Lung tissue is similar to a sponge, made up of tiny air sacs and blood vessels that function to supply oxygen to the body. A lung nodule is a solid area like a marble embedded in the sponge. Many things can produce a lung nodule: an enlarged lymph node, an old pneumonia or infection, phlegm impacted in a tiny airway or many other causes. Unfortunately, cancers can also produce and appear as lung nodules.
The risk that any nodule is cancerous depends most importantly on the size. In general, nodules that are less than 6 mm (1/4 inch) in diameter are followed with a repeat chest CT scan due to the low risk of cancer (ten percent or less), unless some other feature is felt to increase the probability of cancer. Nodules greater than 10 mm in diameter should be biopsied or removed due to the 80 percent probability that they are malignant. Nodules between 6 mm and 10 mm need to be carefully assessed. Nodules greater than 3 cm are referred to as lung masses.
The Lung Center at Brigham and Women’s Hospital (BWH) provides specialized diagnostic and treatment services for patients with lung nodules. Our board-certified thoracic surgeons are experts in video-assisted thoracic surgery (VATS), often done to biopsy nodules and determine whether they need to be removed.
Lung nodules may be caused by:
The lung nodule itself rarely causes symptoms.
If you have been told that you have a lung nodule, it is important that you bring a copy of the actual CT scan or chest X-ray (not just the written report) with you to your appointment at the BWH Thoracic Surgery clinic. These scans generally come on a CD/DVD. The scan will be uploaded to the computers in our clinic, and your surgeon will review the scan with you.
If additional testing is needed, your surgeon may also conduct the following diagnostic tests and procedures:
Repeat chest CT scans and chest X-rays are the most common way to follow a lung nodule. Sometimes PET scans are done. If repeated scans show that the nodule is unchanged in size after two to five years, it may be declared benign.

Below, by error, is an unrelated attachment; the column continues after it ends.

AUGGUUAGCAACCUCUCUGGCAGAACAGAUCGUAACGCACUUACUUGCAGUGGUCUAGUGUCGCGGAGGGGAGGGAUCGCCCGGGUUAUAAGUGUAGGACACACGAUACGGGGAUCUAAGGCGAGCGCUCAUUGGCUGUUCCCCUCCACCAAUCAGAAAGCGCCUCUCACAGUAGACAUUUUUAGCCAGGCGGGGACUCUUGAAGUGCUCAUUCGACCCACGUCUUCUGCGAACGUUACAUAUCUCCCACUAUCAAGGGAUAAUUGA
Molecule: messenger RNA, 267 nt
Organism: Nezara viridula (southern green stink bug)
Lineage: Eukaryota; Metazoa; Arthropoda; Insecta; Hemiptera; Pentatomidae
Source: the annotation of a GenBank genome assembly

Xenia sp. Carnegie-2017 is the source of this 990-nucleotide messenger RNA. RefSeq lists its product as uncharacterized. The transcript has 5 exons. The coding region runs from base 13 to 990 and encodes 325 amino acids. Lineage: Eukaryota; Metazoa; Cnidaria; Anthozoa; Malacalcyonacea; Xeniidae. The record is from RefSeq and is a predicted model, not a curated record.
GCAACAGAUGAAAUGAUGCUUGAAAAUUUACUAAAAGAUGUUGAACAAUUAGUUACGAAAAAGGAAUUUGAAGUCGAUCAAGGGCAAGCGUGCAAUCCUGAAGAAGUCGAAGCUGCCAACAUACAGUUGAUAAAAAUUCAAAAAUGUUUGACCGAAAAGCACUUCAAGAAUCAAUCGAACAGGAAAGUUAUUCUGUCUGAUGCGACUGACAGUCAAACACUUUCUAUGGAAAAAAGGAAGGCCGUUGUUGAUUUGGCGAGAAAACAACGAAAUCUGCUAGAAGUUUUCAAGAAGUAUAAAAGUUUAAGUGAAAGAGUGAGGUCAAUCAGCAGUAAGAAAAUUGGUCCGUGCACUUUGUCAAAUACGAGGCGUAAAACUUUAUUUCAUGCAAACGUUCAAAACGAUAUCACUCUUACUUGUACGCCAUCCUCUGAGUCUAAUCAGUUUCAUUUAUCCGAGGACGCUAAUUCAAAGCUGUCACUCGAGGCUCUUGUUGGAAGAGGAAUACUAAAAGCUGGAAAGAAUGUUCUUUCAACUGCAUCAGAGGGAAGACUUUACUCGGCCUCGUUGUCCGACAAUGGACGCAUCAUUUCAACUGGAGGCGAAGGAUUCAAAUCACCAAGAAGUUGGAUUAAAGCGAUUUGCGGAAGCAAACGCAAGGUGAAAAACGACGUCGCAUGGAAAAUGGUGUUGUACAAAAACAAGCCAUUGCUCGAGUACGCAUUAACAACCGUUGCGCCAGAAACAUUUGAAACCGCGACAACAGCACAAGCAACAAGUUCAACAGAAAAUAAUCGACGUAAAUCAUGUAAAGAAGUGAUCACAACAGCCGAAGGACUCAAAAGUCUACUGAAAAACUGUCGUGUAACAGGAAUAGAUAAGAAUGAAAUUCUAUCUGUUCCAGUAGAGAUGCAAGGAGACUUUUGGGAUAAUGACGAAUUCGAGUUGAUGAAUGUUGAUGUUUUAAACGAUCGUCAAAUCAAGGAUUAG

If the nodule has grown in size, if you are a smoker, have a strong family history of lung cancer or have developed symptoms of lung cancer, a biopsy may be done.
The next step will depend on the size and radiographic appearance of the nodule. Your surgeon may recommend surgical removal or additional testing. The intention is to keep you safe from an undiagnosed cancer, while only recommending an invasive procedure if absolutely necessary.
When you become a patient of The Lung Center you will meet many members of the team who will carefully review your medical history and studies. In addition, you will receive a thorough diagnostic examination where you will receive a recommendation for a therapy tailored just for you based on your specific diagnosis.
Patients with lung nodules benefit from the wide range of specialists at The Lung Center, including thoracic surgeons, thoracic oncologists, pulmonologists, cardiovascular medicine physicians and thoracic imaging experts. This collaboration ensures comprehensive diagnosis and targeted treatment for patients.
Any surgery recommended will be performed by an experienced, board-certified thoracic surgeon, in collaboration with a treatment team including nurses and physician assistants, all of whom specialize in taking care of patients with lung nodules. Your surgeon works in close collaboration with the experts in the Thoracic Oncology Program to tailor an individual treatment plan for you. Our specialized care team has some of the best results in the country. After treatment, routine life-long surveillance will be necessary.
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